For instance, in Mere Christianity Lewis defends logically the existence of God using the moral argument. This argument would fall in line with a classical approach to reasoning someone toward an understanding of God. In his work, Miracles, with a slightly different approach, Lewis rationally argues for supernaturalism and the existence of miracles. Abolition of Man, The Problem of Pain, and other works follow in similar suit.
However, The Ransom Trilogy or The Chronicles of Narnia, would seem to follow a more imaginative approach to apologetics. If you have only read these myths (grand stories), you would naturally assume Lewis is a literary genius that is primarily a story-teller. Through the creation of new worlds, Lewis gets under our skin by pressing our assumptions and expanding our capacity to dream of the glories of God. These allegories help to touch and taste the transcendent nature of God.
Because Lewis does not fit neatly into our categories, he has become a somewhat polarizing figure. Evangelicals struggle with his theology in story, and different apologetic camps attempt to take ownership over the part of Lewis that lines up with their belief. With a variety of views, let’s remember three things.
(1) Lewis’ apologetics were undoubtedly evangelistic. “The salvation of a single soul is more important than the production or preservation of all the epics and tragedies in the world.”Lewis cared deeply that the apologist or philosopher were not in the field simply to argue, but that they were attempting to win souls. In all the arguments and debates, do not forget that Lewis was an evangelist.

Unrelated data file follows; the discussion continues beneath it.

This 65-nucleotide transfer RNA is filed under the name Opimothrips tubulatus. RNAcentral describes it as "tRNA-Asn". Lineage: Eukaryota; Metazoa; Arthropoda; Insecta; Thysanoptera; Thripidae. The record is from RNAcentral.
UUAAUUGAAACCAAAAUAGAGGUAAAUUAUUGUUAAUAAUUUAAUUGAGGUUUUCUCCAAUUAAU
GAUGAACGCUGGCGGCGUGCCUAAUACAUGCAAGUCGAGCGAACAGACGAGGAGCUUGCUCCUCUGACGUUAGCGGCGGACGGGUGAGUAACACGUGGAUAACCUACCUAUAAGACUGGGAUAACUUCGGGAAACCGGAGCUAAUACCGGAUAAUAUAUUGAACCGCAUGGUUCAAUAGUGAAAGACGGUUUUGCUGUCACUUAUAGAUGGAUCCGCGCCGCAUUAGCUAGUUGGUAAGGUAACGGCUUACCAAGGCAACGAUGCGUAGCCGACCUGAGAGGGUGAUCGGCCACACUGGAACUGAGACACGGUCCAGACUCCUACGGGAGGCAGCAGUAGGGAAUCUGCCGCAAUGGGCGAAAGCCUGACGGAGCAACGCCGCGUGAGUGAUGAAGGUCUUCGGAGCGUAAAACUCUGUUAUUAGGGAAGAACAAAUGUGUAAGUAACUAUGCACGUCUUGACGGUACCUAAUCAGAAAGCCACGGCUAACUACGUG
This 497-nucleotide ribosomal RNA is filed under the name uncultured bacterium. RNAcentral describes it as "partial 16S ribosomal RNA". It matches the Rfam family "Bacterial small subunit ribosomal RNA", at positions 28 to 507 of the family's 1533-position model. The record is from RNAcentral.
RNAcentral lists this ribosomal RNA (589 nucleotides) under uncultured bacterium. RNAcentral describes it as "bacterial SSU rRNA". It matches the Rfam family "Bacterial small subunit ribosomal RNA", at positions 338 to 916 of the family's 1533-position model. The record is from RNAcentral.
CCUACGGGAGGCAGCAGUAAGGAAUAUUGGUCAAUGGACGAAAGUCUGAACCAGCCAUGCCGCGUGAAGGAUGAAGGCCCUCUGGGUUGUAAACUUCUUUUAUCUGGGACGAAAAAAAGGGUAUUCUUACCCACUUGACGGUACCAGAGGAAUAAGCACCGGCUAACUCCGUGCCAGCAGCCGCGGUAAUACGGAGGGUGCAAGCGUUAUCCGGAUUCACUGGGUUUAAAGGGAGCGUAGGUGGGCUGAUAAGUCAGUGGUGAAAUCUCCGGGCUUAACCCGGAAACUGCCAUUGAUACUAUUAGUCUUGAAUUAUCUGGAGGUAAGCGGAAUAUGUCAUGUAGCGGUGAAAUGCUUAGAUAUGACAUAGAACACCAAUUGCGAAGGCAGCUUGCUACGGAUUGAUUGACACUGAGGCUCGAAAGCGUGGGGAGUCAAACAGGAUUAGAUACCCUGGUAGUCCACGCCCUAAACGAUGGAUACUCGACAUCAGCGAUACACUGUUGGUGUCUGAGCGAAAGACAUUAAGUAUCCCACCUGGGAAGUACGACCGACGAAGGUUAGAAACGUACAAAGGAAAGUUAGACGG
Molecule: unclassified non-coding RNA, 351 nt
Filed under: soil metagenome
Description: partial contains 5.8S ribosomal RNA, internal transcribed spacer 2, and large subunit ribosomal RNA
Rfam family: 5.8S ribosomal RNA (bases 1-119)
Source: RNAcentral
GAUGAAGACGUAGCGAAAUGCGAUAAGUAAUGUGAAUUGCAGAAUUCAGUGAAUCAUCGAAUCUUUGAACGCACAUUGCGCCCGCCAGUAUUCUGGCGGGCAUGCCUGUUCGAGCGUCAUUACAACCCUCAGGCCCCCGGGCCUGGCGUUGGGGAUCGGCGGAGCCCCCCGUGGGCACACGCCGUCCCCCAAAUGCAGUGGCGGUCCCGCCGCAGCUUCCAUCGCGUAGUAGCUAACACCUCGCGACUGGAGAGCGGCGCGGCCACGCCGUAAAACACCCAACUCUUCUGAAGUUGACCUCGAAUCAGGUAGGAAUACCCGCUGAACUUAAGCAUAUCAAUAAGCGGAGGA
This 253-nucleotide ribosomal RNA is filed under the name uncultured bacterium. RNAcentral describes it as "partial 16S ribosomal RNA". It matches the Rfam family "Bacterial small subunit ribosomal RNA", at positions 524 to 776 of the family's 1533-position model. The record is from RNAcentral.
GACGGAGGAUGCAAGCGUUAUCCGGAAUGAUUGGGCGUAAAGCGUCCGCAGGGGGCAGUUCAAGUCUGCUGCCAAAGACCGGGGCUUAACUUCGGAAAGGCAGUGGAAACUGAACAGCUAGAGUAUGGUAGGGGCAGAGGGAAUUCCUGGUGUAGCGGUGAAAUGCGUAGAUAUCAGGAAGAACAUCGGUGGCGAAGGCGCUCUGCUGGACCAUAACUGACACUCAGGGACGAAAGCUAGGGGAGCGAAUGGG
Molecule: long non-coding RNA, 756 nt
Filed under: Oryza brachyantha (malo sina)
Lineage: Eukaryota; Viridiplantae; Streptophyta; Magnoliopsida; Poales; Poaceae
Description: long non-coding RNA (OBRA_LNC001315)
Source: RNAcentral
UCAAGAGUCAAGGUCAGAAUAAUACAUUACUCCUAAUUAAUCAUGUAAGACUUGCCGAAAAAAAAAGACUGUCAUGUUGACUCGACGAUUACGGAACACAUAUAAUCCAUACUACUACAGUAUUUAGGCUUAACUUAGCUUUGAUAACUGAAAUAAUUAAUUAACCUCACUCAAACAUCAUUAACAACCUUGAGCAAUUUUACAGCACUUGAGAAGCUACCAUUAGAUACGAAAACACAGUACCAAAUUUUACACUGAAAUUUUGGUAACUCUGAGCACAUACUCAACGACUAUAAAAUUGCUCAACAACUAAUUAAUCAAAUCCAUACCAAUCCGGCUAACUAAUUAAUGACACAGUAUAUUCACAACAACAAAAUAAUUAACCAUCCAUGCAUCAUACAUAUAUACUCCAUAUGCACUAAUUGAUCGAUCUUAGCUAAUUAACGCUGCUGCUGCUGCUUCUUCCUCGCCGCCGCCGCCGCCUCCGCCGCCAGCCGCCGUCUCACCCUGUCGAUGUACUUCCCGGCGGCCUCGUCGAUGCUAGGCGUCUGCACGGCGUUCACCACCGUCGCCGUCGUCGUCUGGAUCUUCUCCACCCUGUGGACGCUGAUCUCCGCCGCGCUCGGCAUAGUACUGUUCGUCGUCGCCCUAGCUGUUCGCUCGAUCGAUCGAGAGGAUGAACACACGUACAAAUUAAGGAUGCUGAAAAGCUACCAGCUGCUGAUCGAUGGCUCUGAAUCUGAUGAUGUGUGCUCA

(2) Lewis’ apologetics were enhanced by his brilliance in philosophy. For any who have known Lewis only as the writer of their favorite children’s series, do not miss that Lewis was a great apologist because he was a great philosopher. Lewis founded a Socratic Club in the 1940s in order to argue the philosophical inconsistencies of pagan religions at the highest level of academia. His brilliance in philosophy comes out in more classical apologetic works, but is fantastically displayed in his prose.
(3) Lewis’ apologetics were enhanced by his brilliant imagination. As a young boy Lewis began dreaming and writing, fueled by his vivid imagination. As a Christian man Lewis began offering a defense for the faith, fueled by his vivid imagination. One of Lewis’ greatest apologetic feats, is his telling of stories that would expand our view of the transcendence of God. The great myth, or story, is divine redemption. Through the telling of stories, Lewis begins to capture elements of that story that enthrall our imagination.
So as you consider Lewis and apologetics, let us remember: no one approach is perfect, context matters, and God is big! Apologetics is important, but we must allow our context to shape our arguments. And we must never forget that God is big. If Lewis has taught me anything, it is to never think I am mastering an aspect of God. We know in part today, and one day, we will fully know.
Until then, Lewis might say: dream big, tell grand stories, know and argue truth, and worship our transcendent God.
Frame, John. “Presuppositional Apologetics” May 23, 2012
Ed. Davison, Andrew. Imaginative Apologetics: Theology, Philosophy, and the Catholic Tradition. 2012
Lewis, “Christianity and Literature”